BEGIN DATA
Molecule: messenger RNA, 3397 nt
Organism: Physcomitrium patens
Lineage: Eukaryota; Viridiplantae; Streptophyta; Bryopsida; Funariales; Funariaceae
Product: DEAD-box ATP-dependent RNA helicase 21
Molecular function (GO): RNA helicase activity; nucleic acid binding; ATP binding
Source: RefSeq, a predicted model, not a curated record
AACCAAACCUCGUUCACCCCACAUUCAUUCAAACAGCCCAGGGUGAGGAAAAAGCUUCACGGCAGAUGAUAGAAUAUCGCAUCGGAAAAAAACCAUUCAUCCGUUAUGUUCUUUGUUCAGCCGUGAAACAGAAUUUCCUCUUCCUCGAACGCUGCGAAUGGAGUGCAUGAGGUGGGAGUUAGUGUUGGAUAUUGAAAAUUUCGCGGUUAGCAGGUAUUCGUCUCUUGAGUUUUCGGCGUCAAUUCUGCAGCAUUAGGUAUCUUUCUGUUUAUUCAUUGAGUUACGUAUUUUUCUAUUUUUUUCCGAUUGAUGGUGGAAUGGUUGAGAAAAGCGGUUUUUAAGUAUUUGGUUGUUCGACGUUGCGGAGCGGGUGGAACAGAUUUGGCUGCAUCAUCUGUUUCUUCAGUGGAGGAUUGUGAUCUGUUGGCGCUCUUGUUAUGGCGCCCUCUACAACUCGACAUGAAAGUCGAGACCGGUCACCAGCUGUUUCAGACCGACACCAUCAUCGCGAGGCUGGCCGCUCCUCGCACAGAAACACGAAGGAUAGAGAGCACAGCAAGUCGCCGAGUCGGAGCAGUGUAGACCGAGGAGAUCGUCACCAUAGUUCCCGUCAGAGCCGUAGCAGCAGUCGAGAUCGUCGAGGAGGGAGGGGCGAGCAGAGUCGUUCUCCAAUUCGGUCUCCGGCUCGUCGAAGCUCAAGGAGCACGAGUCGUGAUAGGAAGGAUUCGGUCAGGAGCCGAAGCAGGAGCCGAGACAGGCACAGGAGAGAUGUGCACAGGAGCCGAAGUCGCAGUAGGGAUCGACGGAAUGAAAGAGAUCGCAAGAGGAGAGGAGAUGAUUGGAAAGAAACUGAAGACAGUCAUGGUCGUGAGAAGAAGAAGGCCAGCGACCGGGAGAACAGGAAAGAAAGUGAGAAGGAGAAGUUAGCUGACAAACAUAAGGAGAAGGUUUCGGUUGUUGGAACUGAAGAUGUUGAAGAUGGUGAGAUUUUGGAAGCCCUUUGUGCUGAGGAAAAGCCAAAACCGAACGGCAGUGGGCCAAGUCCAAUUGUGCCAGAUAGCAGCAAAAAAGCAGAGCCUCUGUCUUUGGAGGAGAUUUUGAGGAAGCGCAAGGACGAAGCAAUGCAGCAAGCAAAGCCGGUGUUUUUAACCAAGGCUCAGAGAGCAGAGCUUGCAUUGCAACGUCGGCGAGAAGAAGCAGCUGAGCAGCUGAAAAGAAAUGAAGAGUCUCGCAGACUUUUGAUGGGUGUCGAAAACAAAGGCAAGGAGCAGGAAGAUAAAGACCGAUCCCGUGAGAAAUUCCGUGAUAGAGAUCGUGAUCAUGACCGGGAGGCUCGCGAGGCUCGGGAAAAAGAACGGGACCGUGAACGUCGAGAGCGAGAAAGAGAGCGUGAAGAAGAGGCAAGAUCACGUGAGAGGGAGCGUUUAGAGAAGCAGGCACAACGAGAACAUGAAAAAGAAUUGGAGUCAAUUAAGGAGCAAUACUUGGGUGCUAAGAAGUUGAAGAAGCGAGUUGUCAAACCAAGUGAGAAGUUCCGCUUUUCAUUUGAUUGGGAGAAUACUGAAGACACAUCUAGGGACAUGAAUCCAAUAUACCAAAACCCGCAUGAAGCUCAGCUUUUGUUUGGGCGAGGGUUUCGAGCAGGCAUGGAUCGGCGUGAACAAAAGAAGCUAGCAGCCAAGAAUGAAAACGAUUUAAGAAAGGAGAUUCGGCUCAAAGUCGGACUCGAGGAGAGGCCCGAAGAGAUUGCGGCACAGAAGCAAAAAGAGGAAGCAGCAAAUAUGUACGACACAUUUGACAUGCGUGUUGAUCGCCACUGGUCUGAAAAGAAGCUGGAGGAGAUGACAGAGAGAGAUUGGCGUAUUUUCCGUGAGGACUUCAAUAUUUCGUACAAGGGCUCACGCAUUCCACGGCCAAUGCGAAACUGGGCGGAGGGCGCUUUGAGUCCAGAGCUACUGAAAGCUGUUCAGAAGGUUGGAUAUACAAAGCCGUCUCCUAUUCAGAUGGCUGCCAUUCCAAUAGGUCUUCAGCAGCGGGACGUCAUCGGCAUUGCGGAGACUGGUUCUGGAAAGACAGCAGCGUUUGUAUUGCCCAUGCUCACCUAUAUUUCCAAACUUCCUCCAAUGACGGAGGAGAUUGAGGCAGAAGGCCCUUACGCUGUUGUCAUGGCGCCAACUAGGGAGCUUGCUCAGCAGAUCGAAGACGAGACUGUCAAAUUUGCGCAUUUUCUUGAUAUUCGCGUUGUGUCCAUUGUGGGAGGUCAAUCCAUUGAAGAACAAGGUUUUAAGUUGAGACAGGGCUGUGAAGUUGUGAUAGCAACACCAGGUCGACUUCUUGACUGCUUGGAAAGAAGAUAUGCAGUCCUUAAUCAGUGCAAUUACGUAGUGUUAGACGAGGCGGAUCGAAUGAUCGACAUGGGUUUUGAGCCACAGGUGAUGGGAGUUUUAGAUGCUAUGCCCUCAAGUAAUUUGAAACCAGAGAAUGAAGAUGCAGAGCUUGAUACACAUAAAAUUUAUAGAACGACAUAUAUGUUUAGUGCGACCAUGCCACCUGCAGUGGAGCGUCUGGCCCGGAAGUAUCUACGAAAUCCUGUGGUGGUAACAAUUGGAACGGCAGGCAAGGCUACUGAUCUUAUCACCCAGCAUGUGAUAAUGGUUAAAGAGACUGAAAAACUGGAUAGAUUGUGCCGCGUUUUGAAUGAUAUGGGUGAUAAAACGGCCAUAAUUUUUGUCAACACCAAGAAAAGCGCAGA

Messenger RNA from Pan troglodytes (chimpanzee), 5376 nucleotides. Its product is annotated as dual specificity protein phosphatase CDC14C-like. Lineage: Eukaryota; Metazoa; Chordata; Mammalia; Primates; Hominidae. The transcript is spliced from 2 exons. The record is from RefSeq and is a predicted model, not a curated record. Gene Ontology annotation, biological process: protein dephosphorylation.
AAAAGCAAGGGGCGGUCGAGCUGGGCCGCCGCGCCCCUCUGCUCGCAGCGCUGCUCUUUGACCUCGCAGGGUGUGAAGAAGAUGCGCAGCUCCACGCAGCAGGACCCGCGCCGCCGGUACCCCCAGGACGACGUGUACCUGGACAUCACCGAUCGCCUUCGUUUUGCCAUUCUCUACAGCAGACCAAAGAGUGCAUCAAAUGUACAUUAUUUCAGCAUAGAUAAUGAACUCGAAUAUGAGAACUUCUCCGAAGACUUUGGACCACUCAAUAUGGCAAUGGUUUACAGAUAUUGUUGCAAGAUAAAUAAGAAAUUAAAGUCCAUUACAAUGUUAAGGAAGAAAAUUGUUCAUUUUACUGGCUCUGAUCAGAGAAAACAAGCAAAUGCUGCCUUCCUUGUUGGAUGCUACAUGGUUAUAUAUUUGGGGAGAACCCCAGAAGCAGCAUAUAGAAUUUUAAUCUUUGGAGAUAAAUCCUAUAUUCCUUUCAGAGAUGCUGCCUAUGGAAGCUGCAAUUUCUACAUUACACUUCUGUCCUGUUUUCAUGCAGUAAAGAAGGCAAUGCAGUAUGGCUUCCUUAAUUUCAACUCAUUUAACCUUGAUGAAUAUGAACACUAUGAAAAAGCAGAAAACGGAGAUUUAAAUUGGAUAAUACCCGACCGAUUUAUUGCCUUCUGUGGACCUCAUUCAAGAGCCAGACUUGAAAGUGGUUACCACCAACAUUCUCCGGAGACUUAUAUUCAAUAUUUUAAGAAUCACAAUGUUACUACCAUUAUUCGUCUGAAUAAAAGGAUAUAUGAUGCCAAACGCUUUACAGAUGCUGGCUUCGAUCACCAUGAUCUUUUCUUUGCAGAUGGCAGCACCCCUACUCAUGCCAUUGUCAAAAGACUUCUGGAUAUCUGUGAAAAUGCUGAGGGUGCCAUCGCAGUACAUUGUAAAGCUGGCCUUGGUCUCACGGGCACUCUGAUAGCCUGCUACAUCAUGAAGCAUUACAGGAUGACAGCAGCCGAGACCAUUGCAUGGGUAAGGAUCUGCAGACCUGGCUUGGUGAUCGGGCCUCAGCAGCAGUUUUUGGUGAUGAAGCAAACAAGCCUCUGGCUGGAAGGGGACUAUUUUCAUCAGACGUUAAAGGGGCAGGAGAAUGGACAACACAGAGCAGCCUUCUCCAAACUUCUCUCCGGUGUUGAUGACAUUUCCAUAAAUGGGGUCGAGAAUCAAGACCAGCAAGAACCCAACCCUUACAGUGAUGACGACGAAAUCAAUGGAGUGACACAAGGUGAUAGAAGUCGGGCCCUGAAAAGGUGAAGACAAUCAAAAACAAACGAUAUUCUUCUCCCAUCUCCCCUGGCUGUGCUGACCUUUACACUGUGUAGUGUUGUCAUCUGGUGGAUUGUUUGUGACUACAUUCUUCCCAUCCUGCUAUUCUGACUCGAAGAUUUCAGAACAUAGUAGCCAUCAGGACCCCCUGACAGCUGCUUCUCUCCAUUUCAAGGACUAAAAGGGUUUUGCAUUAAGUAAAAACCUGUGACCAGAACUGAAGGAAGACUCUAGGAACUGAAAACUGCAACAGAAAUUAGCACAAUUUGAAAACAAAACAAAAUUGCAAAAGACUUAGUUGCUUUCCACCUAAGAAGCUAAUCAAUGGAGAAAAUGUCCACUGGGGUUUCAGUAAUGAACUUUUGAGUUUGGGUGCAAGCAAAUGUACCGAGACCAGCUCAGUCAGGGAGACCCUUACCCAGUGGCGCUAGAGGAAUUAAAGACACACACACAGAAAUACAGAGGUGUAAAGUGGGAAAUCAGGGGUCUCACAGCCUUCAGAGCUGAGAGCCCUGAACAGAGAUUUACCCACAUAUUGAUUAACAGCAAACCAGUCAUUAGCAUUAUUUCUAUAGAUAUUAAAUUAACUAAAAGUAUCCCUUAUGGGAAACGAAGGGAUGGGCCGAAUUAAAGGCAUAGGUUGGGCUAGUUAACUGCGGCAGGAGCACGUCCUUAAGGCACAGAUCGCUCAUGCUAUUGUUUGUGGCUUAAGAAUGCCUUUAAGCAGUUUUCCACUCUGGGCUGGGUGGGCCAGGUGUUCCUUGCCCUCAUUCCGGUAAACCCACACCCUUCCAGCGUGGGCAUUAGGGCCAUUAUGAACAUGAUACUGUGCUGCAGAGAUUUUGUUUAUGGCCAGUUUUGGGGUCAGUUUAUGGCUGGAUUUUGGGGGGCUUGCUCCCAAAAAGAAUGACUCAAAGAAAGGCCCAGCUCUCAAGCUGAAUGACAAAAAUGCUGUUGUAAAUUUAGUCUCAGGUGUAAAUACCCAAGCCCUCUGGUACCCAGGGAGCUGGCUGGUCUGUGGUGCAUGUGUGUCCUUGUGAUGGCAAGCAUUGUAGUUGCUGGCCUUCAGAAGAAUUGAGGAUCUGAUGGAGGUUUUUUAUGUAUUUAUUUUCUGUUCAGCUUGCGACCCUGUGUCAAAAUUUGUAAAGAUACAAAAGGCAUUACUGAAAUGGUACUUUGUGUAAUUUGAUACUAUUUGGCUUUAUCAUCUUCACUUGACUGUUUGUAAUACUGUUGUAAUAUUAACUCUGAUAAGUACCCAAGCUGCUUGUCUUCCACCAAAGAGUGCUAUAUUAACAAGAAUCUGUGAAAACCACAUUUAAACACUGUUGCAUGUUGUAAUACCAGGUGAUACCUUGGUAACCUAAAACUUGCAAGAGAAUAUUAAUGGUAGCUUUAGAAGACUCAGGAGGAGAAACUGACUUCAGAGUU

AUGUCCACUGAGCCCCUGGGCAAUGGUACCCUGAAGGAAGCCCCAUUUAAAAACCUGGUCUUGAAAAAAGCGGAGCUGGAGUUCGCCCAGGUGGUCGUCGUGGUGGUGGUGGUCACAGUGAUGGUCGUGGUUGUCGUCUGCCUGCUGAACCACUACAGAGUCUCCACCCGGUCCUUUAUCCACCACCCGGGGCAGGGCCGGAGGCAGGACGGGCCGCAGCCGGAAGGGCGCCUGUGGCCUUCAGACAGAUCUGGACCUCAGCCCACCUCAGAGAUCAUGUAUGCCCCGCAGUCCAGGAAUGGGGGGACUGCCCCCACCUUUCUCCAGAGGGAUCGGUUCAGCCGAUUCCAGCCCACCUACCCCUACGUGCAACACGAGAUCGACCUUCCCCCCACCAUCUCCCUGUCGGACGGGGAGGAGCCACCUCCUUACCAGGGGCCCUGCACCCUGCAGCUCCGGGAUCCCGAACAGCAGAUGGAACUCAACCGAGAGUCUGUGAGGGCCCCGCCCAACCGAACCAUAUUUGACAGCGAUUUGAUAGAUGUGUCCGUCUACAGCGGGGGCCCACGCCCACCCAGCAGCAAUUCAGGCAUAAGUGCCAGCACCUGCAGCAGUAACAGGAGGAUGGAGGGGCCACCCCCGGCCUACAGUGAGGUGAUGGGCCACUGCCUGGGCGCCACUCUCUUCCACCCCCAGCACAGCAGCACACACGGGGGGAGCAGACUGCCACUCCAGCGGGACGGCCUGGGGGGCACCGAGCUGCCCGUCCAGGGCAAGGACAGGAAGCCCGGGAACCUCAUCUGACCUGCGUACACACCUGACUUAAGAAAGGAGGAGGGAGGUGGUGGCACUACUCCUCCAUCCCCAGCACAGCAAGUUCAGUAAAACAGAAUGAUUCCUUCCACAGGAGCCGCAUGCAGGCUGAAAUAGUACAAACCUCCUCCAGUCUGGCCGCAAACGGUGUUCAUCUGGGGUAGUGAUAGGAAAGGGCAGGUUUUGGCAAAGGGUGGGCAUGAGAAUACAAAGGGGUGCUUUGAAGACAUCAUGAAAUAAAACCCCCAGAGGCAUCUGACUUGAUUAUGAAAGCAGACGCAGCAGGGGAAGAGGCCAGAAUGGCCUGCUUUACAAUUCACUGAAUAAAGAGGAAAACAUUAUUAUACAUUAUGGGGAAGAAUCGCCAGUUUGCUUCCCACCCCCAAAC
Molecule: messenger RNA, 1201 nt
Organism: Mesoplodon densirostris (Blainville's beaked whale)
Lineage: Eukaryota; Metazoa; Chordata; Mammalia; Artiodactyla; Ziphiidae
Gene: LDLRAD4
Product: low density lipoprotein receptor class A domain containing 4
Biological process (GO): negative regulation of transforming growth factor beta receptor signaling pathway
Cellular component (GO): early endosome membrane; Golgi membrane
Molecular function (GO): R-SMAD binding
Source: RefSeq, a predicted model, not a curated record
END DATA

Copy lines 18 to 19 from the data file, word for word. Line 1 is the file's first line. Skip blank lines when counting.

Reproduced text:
Molecular function (GO): R-SMAD binding
Source: RefSeq, a predicted model, not a curated record